There is considerable international interest in exploiting the potential of digital health care solutions, often referred to as eHealth—the use of information and communication technologies—to enhance the quality and safety of health care. Often accompanied by large costs, any large-scale expenditure on eHealth—such as electronic health records, picture archiving and communication systems, ePrescribing, associated computerized provider order entry systems, and computerized decision support systems—has tended to be justified on the grounds that these are efficient and cost-effective means for improving health care. In 2005, the World Health Assembly passed an eHealth resolution (WHA 58.28) that acknowledged, “eHealth is the cost-effective and secure use of information and communications technologies in support of health and health-related fields, including health-care services, health surveillance, health literature, and health education, knowledge and research,” and urged member states to develop and implement eHealth technologies. Since then, implementing eHealth technologies has become a main priority for many countries. For example, England has invested at least £12.8 billion in a National Programme for Information Technology for the National Health Service, and the Obama administration in the United States has committed to a US$38 billion eHealth investment in health care.

Why Was This Study Done?

Despite the wide endorsement of and support for eHealth, the scientific basis of its benefits—which are repeatedly made and often uncritically accepted—remains to be firmly established. A robust evidence-based perspective on the advantages on eHealth could help to suggest priority areas that have the greatest potential for benefit to patients and also to inform international eHealth deliberations on costs. Therefore, in order to better inform the international community, the authors systematically reviewed the published systematic review literature on eHealth technologies and evaluated the impact of these technologies on the quality and safety of health care delivery.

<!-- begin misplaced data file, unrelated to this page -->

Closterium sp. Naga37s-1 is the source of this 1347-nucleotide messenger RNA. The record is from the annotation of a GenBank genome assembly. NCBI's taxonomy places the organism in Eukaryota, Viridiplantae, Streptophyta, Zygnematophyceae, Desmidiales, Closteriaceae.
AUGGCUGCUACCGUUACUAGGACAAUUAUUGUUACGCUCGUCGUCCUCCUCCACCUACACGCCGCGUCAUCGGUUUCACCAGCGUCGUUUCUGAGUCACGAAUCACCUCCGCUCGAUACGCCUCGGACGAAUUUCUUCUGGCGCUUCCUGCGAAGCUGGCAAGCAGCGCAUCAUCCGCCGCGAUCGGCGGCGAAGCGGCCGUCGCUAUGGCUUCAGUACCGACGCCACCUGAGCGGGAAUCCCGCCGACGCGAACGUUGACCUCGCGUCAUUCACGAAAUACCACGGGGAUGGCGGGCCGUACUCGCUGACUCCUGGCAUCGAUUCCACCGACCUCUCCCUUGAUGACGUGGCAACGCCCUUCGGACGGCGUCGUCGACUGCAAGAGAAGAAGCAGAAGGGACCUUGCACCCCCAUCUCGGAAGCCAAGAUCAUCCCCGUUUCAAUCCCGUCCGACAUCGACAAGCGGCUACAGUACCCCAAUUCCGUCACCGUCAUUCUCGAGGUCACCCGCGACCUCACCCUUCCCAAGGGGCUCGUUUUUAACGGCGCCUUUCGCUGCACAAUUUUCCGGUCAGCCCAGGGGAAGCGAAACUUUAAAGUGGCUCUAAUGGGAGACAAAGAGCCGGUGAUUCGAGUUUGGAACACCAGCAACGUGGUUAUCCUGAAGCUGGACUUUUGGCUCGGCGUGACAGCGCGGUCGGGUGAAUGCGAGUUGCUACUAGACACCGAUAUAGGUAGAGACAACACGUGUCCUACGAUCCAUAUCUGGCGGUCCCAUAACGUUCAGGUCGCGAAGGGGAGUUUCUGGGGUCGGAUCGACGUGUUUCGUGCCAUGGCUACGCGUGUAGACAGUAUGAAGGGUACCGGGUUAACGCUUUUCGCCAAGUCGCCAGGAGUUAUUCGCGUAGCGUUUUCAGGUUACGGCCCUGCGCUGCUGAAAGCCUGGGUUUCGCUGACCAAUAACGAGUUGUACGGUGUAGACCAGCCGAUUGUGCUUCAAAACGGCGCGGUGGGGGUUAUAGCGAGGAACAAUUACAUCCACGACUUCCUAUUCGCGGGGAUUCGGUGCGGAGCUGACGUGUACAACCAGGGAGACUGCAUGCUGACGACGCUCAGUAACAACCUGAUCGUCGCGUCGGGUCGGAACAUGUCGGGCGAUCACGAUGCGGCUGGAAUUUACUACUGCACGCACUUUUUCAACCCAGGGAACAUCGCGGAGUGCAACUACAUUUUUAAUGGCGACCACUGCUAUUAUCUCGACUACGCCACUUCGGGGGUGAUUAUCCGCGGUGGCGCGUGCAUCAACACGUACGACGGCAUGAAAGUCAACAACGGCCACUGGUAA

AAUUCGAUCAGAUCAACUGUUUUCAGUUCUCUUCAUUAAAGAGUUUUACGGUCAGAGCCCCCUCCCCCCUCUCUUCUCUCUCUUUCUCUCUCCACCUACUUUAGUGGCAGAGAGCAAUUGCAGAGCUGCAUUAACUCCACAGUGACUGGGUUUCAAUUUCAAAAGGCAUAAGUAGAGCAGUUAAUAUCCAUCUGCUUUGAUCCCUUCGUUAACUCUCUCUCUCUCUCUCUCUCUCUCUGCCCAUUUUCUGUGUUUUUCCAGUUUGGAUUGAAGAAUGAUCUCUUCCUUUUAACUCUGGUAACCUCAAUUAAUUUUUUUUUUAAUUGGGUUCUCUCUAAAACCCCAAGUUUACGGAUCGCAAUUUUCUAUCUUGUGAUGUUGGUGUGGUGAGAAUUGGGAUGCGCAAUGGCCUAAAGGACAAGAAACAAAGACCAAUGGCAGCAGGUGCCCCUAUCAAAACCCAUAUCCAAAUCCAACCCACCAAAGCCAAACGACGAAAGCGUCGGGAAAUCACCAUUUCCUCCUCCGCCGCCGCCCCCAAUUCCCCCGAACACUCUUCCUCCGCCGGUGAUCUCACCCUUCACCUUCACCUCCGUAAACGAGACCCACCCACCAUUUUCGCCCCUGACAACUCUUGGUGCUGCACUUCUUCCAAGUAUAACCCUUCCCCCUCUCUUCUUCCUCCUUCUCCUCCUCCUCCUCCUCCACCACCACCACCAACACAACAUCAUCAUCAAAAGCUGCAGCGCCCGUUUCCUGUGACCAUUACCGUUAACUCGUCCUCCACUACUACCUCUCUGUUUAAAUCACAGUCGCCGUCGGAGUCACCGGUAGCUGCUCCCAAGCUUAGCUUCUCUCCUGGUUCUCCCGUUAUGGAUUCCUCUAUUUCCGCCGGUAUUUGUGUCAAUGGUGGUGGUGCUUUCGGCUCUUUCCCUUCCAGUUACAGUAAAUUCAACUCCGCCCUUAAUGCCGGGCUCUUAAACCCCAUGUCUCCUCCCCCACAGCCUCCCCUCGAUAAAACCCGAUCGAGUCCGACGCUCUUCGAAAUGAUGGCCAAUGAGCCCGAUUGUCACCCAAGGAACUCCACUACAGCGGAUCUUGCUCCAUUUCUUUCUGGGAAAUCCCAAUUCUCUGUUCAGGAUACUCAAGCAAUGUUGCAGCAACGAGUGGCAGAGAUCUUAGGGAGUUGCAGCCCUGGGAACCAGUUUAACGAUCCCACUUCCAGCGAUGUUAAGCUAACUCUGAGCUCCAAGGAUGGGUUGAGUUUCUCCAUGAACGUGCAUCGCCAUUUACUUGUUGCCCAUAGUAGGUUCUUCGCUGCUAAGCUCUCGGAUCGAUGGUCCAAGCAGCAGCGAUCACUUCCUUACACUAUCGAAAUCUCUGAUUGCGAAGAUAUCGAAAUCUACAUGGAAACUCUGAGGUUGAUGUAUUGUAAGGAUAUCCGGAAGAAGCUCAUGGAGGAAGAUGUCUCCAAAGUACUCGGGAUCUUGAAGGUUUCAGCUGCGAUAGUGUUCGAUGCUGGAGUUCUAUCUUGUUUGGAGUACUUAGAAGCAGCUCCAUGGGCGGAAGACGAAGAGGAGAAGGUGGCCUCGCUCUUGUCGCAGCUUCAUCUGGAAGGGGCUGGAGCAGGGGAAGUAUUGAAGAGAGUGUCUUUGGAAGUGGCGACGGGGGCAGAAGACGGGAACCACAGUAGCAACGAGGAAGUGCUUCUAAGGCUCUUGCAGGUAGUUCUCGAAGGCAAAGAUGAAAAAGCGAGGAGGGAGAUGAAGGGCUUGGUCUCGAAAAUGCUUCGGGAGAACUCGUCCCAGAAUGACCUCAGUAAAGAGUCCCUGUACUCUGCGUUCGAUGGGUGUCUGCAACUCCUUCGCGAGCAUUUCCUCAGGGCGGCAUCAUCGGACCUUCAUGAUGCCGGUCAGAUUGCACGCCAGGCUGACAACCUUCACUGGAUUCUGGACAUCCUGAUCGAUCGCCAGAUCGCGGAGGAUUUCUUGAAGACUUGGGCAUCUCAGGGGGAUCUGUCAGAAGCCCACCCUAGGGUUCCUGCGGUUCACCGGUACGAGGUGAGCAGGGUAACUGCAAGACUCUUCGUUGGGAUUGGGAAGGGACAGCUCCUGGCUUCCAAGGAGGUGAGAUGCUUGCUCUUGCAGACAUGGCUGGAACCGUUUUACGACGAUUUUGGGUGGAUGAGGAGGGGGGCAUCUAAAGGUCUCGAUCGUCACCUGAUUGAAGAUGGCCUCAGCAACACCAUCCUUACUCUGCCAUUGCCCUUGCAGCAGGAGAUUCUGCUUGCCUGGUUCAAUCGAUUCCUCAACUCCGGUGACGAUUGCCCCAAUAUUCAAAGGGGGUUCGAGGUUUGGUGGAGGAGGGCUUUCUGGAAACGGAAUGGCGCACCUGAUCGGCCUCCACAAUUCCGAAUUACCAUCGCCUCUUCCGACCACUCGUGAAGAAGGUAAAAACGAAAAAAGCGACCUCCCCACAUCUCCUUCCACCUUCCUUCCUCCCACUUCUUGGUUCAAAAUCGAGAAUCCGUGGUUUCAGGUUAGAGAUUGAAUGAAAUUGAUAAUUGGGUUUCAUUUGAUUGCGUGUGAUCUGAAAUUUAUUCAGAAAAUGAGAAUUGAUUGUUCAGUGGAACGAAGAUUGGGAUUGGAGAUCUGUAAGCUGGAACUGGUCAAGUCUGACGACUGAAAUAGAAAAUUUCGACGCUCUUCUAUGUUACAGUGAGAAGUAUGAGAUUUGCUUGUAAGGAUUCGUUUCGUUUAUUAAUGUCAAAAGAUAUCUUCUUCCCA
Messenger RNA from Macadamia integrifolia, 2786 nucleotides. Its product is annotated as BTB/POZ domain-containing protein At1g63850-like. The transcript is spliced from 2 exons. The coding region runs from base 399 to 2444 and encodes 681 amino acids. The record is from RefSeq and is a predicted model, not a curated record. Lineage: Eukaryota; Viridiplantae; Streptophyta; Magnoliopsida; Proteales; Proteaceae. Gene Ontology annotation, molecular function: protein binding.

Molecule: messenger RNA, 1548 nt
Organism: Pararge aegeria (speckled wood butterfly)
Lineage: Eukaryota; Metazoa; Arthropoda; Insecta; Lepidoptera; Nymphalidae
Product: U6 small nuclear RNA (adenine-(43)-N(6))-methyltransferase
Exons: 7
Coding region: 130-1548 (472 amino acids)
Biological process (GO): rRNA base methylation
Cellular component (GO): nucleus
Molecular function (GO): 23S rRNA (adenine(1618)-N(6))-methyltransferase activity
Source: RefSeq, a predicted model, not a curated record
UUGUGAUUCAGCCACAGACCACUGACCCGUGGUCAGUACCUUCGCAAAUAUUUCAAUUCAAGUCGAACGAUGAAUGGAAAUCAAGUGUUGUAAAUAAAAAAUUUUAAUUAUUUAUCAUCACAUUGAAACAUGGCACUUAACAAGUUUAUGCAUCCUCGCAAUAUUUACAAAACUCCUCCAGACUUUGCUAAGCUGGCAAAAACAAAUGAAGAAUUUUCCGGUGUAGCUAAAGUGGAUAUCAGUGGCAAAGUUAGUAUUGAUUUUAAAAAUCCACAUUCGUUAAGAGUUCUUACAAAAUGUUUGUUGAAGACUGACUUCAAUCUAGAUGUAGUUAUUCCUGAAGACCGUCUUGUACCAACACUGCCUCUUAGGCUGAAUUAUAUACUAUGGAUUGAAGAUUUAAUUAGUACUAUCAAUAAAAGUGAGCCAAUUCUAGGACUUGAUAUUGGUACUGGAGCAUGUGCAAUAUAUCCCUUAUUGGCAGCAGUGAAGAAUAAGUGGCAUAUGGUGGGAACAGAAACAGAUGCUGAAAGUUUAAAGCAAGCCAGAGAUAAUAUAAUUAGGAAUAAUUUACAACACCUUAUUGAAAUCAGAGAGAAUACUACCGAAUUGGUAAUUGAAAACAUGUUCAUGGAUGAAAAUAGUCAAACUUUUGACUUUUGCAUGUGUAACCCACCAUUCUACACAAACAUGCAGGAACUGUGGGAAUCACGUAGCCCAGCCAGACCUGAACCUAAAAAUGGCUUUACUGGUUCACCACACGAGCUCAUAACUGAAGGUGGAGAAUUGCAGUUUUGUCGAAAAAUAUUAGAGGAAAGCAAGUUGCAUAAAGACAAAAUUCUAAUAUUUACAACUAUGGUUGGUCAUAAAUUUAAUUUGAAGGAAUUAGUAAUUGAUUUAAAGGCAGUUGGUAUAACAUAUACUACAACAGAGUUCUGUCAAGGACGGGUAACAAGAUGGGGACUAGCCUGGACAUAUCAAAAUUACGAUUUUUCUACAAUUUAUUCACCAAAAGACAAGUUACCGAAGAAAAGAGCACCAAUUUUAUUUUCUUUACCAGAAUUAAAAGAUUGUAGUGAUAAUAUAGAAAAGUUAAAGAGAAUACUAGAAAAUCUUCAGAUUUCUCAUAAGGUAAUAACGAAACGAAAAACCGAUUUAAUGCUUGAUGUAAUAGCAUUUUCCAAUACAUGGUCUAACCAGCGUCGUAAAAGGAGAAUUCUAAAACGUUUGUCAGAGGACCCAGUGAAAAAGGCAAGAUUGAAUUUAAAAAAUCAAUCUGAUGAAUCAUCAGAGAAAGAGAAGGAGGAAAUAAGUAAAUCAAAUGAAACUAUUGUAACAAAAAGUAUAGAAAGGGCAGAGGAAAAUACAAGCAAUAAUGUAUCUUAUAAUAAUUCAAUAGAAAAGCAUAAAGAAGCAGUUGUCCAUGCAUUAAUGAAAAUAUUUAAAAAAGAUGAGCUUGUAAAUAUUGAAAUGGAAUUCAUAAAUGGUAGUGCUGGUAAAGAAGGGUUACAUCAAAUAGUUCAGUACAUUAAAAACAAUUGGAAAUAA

What Did the Researchers Do and Find?

The researchers divided eHealth technologies into three main categories: (1) storing, managing, and transmission of data; (2) clinical decision support; and (3) facilitating care from a distance. Then, implementing methods based on those developed by the Cochrane Collaboration and the NHS Service Delivery and Organisation Programme, the researchers used detailed search strategies and maps of health care quality, safety, and eHealth interventions to identify relevant systematic reviews (and related theoretical, methodological, and technical material) published between 1997 and 2010. Using these techniques, the researchers retrieved a total of 46,349 references from which they identified 108 reviews. The 53 reviews that the researchers finally selected (and critically reviewed) provided the main evidence base for assessing the impact of eHealth technologies in the three categories selected.